Two local men lost their lives on active service on 23rd December 1917 – Sergeant Walter Henry Mitchell, 111th Company, Machine Gun Corps, and Able Seaman John Henry Williams, Royal Naval Reserve, serving on HMS Surprise.
Four local men died on 22nd August 1917: Corporal Alfred John Collins, 2nd/4th Battalion, Oxford and Bucks Light Infantry; Private Charles Edmund Frost, 6th Battalion, Somerset Light Infantry; Private Albert Maybury, 2/4th Battalion, Oxford and Bucks Light Infantry; and Private Frederick George Skidmore, 1st/7th Battalion, Royal Warwickshire Regiment. The first three have no known grave and so they are commemorated on the Tyne Cot Memorial.
19-year-old Private Hubert Simpson was killed in action on 10th August 1917, serving with the 11th Battalion, Royal Warwickshire Regiment. He was born in Birmingham in 1898, and was the youngest of the two children born to parents Joseph (a machinist) and Emily (née Davis) who had married at St Paul’s Church, Birmingham in October 1886. Their eldest child, Clarisse, was born in 1895.
Private George Herbert Smith, 9th Company, Machine Gun Corps, died on 10th May 1917, aged 20. He was born in Marston Green and was the second of the five children (three sons, two daughters) of parents James (a railway plate layer) and Florence Mary (née Harvey) who had married at Bickenhill in 1894. Two of their three sons were killed during the First World War – the youngest, Sydney Harvey (1911-1997) was too young to serve in the war.
Four local men died on 23rd April 1917: Private John Evelyn Biddle and Private James Miles, both of the 11th Battalion, Royal Warwickshire Regiment; Lance Corporal Thomas Abel Holmes, of 1st Battalion Devonshire Regiment, and Captain Edward Maurice Gonner M.C., of the 16th Church Lads Brigade Battalion, King’s Royal Rifle Corps.
36-year-old Private Thomas Walter Haynes, 4th Battalion King’s (Liverpool) Regiment, and 22-year-old Corporal Horace Timmins, 15th Battalion Royal Warwickshire Regiment (1st Birmingham Pals) both died on 29th August 1916.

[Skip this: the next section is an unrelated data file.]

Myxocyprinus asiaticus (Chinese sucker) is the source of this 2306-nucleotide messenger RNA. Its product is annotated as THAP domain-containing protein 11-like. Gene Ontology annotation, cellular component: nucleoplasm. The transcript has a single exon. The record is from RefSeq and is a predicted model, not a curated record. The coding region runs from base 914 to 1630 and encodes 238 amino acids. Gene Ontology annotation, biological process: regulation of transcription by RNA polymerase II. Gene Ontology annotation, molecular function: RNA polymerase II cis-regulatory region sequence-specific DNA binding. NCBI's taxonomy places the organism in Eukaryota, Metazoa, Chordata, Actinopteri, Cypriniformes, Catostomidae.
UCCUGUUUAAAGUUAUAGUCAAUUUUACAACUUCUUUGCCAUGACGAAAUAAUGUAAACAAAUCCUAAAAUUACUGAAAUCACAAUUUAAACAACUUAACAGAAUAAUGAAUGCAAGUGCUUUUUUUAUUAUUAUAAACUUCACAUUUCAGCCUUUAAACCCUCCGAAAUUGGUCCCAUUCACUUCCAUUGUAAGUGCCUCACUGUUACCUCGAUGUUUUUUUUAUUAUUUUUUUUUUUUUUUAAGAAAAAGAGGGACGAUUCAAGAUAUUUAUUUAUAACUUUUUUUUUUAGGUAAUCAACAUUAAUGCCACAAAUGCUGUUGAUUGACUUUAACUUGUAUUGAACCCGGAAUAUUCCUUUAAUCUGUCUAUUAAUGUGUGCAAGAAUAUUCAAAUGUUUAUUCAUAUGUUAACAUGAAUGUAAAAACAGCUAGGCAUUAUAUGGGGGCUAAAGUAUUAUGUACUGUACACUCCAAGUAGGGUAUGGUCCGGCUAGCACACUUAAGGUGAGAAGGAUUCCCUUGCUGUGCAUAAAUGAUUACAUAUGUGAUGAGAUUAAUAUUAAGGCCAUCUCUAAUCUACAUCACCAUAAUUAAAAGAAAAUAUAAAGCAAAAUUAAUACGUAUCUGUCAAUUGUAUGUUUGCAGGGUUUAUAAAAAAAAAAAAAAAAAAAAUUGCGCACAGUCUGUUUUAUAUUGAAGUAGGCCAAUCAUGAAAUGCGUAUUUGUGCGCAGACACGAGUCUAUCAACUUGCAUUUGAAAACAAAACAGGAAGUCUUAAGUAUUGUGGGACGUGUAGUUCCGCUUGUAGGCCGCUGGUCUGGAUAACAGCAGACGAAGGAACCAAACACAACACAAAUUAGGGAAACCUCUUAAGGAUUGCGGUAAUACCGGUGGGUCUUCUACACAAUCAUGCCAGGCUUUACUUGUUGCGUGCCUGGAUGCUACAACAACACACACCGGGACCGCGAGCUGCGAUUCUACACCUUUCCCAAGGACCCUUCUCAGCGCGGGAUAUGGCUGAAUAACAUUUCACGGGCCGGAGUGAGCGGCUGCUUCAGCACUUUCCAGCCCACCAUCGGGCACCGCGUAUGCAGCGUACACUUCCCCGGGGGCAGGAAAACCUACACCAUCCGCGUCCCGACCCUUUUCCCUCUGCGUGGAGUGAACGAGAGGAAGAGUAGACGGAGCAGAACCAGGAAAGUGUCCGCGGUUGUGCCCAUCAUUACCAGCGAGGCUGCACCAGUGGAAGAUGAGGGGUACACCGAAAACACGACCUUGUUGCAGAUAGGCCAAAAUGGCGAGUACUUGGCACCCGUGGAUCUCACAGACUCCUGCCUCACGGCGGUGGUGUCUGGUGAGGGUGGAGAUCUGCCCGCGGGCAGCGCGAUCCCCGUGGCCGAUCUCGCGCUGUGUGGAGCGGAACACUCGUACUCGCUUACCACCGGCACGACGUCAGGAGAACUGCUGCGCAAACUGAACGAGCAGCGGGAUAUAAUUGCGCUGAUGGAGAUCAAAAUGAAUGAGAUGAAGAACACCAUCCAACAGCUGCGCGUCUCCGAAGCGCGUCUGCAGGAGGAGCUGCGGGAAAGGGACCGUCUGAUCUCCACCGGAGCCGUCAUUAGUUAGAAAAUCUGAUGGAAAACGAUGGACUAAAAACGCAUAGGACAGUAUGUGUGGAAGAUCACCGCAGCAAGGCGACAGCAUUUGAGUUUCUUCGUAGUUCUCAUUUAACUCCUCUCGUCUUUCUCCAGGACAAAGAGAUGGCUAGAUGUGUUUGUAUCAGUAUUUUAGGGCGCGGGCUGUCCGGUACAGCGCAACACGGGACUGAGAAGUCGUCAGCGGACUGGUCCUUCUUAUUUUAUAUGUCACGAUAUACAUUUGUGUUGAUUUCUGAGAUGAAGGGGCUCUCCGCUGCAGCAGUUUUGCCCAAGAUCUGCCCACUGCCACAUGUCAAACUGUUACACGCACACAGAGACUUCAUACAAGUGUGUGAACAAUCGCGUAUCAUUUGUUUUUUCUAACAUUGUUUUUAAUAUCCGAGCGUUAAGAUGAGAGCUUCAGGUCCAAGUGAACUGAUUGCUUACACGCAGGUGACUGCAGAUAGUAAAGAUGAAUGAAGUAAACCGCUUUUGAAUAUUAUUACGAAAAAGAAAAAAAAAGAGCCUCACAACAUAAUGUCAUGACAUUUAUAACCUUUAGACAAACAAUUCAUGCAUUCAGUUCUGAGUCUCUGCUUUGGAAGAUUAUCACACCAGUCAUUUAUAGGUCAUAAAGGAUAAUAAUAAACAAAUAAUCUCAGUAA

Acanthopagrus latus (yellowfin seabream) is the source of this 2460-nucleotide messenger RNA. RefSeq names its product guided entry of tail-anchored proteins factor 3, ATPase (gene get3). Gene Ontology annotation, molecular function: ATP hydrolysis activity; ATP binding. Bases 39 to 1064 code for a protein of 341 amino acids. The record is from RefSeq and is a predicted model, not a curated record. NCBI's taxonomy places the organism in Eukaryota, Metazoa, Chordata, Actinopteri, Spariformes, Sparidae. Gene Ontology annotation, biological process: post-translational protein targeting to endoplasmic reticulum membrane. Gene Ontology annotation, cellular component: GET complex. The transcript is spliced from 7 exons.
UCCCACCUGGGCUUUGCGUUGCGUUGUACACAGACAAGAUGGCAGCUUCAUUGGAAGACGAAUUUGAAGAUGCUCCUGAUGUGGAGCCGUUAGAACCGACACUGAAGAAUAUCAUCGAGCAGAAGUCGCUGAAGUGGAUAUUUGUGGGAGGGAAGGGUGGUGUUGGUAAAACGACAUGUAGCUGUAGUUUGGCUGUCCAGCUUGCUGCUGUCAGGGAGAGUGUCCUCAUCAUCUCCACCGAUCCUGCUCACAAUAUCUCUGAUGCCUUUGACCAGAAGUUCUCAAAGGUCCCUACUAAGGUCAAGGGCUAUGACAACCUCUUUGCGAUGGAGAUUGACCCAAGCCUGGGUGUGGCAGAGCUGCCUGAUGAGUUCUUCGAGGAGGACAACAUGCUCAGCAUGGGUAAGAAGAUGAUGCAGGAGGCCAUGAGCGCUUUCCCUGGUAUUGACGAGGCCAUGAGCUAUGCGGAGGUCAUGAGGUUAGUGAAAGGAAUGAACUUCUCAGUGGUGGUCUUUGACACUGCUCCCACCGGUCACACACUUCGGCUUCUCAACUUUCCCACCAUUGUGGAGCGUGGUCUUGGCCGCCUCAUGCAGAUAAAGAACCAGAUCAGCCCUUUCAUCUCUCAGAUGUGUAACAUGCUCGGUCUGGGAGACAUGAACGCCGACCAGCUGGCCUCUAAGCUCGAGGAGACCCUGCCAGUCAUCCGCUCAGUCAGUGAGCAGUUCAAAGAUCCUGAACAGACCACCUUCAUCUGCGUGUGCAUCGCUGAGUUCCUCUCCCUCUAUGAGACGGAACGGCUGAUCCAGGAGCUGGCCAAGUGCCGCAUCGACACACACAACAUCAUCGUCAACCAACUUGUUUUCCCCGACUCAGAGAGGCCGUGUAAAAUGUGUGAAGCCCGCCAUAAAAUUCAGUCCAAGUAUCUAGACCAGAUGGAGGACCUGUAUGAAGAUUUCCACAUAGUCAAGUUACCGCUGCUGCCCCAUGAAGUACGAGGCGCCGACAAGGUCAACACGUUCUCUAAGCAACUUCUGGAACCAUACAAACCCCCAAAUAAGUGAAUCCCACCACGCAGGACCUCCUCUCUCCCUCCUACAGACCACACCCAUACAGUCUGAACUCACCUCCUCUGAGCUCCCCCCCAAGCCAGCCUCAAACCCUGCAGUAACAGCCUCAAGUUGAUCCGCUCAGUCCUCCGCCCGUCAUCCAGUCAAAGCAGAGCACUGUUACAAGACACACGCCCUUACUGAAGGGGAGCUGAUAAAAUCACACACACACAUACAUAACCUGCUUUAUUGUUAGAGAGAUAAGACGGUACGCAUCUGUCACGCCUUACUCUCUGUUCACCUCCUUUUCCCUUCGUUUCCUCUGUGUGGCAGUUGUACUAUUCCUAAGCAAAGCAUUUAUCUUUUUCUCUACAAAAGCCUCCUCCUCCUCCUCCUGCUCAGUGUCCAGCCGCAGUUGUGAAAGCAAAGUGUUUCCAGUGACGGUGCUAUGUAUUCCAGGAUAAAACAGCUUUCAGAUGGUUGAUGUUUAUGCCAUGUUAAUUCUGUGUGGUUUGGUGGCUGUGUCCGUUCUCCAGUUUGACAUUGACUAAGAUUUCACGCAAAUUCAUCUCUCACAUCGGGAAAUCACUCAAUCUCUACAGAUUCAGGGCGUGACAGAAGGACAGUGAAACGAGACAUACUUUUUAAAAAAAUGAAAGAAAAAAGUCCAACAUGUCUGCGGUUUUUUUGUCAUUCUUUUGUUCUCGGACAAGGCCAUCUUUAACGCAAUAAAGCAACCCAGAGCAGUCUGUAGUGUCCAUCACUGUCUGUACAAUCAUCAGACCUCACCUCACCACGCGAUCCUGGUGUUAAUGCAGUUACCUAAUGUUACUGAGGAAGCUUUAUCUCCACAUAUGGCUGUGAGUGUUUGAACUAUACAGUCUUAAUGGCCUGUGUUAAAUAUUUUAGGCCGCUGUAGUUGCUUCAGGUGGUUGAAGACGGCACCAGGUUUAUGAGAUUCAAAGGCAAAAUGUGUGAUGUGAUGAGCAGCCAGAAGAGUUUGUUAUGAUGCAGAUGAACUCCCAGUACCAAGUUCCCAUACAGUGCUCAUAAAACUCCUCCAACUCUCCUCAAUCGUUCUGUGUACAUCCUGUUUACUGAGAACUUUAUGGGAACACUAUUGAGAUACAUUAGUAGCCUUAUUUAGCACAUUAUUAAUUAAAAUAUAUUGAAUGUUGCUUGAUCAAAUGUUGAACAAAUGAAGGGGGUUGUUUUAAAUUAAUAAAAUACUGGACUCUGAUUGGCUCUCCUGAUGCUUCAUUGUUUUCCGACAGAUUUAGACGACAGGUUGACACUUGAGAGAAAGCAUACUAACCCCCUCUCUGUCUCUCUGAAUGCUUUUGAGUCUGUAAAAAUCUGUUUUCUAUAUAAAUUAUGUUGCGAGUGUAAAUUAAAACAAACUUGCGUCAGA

Both men were born in Birmingham, although Thomas Haynes was living in Knowle before joining the Army. Horace Timmins’ local connection is that he spent time living at Marston Green Cottage Homes where his mother, Emma, was a foster mother.
21-year-old James Enoch Smith died on 25th July 1916, serving as a Private with the Royal Warwickshire Regiment. He was the eldest of five children, and seems to have been named after his father, James Smith, a platelayer on the railway, and his maternal grandfather, Enoch Harvey, a bricklayer. His paternal grandfather, also James Smith, was also a platelayer on the railway.
Two men from Castle Bromwich and one from Marston Green died on the first day of the First Battle of the Somme
- Private John Thomas Churchill, Royal Warwickshire Regiment
- Lieutenant Robert Quilter Gilson, Suffolk Regiment
- Private Harry Rudd, Royal Warwickshire Regiment
Three local men lost their lives on 16th June 1916:
- Corporal Henry Elliott, Royal Warwickshire Regiment
- Bombardier Edward Henry Prince, Royal Field Artillery
- Sergeant Leonard Wilson, Royal Field Artillery
Henry Elliott is buried at the Fauborg d’Amiens Cemetery in Arras, France. Edward Prince and Leonard Wilson are both buried at Hebuterne Military Cemetery in the Pas de Calais, about 20 km south-west of Arras.
Two local men lost their lives on 1st June 1916. Private Harold Hackett, aged 25, serving with the 2nd Battalion, Royal Warwickshire Regiment, and Stoker 1st Class Charles Simmons, aged 21, serving aboard H.M.S. Tipperary.